Most of the people in my compartment were young. The girl across from me was a college student. Older than she looked, she told me at one point. She looked very young to me, almost frail, her hair cut in an uneven bowl shape, like she'd tried to do it herself, wearing a neon-yellow parka with white cotton cuffs pulled over the sleeves to keep them clean.
We talked for a good chunk of the eight hour ride. She was returning to college after dropping out for a while, which she'd had to do to help her family. Her life was difficult. Her studies were hard. Her family, poor. Her father hadn't wanted her to go back to school; she hadn't worked hard enough, he'd said; why should they spend the money? And it seemed that she wasn't sure herself why she was doing it. She was studying accounting, but could she get a good job, after? The competition was so fierce. The corruption, so terrible. And she was old, so old, maybe too old to find a husband.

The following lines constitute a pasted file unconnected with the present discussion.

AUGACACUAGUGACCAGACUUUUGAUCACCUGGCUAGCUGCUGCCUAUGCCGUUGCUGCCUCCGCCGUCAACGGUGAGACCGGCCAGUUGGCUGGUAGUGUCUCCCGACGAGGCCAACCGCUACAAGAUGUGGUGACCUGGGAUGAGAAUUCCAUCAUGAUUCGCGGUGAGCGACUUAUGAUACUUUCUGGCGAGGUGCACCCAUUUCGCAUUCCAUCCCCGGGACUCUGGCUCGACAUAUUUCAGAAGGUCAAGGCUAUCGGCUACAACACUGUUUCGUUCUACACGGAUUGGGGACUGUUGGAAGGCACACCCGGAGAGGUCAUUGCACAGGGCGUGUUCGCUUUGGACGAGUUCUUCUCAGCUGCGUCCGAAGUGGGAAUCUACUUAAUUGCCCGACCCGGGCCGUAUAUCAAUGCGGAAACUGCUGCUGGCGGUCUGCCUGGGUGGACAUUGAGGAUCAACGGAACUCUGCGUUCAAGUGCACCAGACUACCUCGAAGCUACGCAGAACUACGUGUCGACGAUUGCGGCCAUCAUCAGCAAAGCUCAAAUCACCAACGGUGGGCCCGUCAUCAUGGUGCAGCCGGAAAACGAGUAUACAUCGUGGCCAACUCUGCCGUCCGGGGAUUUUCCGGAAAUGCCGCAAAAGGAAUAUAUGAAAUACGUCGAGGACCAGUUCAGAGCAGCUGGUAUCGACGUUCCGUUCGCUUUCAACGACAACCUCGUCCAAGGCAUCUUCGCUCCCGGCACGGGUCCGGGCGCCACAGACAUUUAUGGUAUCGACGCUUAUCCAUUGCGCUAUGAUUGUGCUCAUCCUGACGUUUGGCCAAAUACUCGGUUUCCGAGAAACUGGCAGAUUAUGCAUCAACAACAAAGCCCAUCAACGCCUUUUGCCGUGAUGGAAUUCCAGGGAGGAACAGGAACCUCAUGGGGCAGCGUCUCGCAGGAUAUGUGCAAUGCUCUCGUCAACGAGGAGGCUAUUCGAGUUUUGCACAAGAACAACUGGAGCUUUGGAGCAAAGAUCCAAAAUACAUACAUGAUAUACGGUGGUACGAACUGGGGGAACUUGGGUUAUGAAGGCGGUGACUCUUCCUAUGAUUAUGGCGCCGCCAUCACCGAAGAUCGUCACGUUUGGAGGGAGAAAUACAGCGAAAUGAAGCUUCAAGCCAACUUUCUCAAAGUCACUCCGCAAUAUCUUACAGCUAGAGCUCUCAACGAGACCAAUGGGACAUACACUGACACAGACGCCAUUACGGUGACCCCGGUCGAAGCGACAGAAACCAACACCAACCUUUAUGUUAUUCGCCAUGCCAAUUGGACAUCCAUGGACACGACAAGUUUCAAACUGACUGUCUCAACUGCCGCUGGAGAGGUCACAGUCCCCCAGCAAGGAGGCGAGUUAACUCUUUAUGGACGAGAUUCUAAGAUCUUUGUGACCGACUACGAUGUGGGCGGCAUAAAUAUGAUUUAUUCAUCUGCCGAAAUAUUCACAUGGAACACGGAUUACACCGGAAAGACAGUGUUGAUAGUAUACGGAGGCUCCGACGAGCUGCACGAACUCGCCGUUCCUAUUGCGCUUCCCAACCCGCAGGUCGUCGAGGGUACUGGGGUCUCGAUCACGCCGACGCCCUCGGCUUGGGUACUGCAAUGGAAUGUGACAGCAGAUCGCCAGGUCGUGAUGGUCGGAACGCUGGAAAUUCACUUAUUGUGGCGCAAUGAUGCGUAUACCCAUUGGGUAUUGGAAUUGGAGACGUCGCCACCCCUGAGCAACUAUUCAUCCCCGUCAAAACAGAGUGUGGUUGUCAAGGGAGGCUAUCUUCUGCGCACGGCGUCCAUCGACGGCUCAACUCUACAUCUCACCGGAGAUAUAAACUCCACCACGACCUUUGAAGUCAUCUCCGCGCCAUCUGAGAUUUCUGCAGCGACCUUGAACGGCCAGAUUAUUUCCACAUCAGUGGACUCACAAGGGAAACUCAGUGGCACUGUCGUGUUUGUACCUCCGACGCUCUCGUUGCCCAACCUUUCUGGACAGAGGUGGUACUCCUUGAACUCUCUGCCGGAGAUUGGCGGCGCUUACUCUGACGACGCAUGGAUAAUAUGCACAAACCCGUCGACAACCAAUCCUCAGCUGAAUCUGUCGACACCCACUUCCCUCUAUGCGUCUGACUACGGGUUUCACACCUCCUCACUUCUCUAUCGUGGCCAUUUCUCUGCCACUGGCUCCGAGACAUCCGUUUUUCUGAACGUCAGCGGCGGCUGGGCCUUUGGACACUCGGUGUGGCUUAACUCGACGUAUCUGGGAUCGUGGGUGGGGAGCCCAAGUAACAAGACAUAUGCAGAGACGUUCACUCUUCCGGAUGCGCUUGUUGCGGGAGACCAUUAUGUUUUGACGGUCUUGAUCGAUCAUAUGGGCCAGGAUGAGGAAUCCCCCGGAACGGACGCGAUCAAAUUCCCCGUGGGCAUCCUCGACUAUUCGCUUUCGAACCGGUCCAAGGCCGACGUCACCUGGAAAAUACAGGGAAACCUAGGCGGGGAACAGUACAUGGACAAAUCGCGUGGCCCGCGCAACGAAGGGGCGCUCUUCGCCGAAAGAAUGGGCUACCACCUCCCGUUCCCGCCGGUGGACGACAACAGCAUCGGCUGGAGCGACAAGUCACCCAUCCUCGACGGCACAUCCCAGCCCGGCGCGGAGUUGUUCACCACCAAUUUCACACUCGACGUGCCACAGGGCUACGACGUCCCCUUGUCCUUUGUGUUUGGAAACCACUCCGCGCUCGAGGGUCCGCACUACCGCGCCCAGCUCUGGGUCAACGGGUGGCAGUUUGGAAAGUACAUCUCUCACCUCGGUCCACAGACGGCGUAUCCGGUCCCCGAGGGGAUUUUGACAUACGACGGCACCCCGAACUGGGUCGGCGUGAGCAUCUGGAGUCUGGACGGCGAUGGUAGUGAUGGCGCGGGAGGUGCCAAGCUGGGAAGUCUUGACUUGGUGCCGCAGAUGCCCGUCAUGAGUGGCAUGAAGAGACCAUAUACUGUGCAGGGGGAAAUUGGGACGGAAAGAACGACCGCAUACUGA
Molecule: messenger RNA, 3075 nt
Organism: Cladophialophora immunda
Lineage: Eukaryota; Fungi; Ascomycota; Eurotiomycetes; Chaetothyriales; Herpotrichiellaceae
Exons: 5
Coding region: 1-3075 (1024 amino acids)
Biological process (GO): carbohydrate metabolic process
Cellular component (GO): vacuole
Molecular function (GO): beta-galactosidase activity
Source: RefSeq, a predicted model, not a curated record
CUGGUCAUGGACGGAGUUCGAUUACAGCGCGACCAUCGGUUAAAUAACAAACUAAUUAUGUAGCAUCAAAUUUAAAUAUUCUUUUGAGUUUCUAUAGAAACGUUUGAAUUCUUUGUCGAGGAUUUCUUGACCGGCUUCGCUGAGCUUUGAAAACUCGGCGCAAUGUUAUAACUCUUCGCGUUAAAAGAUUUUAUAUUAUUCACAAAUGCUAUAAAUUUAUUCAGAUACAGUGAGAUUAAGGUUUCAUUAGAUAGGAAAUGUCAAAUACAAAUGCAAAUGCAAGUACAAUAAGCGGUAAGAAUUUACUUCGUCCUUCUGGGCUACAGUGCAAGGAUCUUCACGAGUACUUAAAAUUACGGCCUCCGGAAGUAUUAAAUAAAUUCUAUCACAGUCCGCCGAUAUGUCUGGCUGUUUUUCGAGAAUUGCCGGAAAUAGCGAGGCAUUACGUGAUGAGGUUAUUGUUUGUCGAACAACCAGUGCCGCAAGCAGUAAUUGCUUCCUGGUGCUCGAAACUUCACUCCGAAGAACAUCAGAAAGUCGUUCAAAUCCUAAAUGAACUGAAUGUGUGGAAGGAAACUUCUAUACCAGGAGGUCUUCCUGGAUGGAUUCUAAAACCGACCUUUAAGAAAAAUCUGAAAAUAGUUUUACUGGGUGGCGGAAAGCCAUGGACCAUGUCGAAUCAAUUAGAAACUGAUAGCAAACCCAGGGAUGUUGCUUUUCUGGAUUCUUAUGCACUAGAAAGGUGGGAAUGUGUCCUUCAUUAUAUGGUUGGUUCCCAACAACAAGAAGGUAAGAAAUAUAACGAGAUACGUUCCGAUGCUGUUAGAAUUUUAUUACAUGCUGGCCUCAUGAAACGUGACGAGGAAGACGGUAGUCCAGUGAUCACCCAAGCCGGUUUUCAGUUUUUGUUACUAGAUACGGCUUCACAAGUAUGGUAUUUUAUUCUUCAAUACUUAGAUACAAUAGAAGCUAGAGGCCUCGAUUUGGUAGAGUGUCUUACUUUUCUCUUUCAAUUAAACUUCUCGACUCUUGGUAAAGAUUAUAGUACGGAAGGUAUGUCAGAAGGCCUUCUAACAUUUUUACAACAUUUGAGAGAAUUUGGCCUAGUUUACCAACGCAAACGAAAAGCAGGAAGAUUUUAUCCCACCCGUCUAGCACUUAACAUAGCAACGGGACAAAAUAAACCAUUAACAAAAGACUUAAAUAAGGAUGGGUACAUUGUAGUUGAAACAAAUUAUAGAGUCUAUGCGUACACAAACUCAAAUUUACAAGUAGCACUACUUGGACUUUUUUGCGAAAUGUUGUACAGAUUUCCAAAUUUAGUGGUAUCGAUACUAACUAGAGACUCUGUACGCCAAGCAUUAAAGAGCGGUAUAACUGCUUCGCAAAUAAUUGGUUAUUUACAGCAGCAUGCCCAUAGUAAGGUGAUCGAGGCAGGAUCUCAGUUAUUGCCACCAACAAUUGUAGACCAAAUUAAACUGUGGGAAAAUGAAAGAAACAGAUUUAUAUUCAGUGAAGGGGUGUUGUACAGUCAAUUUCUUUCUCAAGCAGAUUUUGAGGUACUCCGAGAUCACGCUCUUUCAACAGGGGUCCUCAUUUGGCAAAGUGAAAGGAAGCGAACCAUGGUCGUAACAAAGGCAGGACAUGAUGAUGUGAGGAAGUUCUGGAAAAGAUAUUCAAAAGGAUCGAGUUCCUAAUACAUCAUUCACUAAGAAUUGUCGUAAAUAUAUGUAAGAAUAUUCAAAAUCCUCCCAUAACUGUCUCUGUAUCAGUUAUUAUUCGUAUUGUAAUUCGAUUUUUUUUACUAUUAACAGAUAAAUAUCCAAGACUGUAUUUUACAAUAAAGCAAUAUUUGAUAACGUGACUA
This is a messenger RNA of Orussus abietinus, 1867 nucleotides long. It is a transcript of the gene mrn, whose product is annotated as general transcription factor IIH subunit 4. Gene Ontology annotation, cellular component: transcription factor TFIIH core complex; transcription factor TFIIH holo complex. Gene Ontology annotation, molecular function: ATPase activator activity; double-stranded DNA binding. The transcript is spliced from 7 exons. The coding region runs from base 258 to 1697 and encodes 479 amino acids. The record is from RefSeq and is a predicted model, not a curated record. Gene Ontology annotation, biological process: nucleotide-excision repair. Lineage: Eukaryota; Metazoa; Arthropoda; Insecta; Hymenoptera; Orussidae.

She also wanted to know why President Obama was against China, as evidenced by his support of Japan in the Diaoyu Islands dispute. They had discussed this in her college classes, she told me. There have been a lot of protests in China about these islands, at times violent, the kind of nationalistic expression the government encourages to channel public discontent in an acceptable direction but that often threatens to bubble out of control. "The islands don't matter very much to the United States," I managed. "Not important to our national interest. Most Americans don't know anything about them."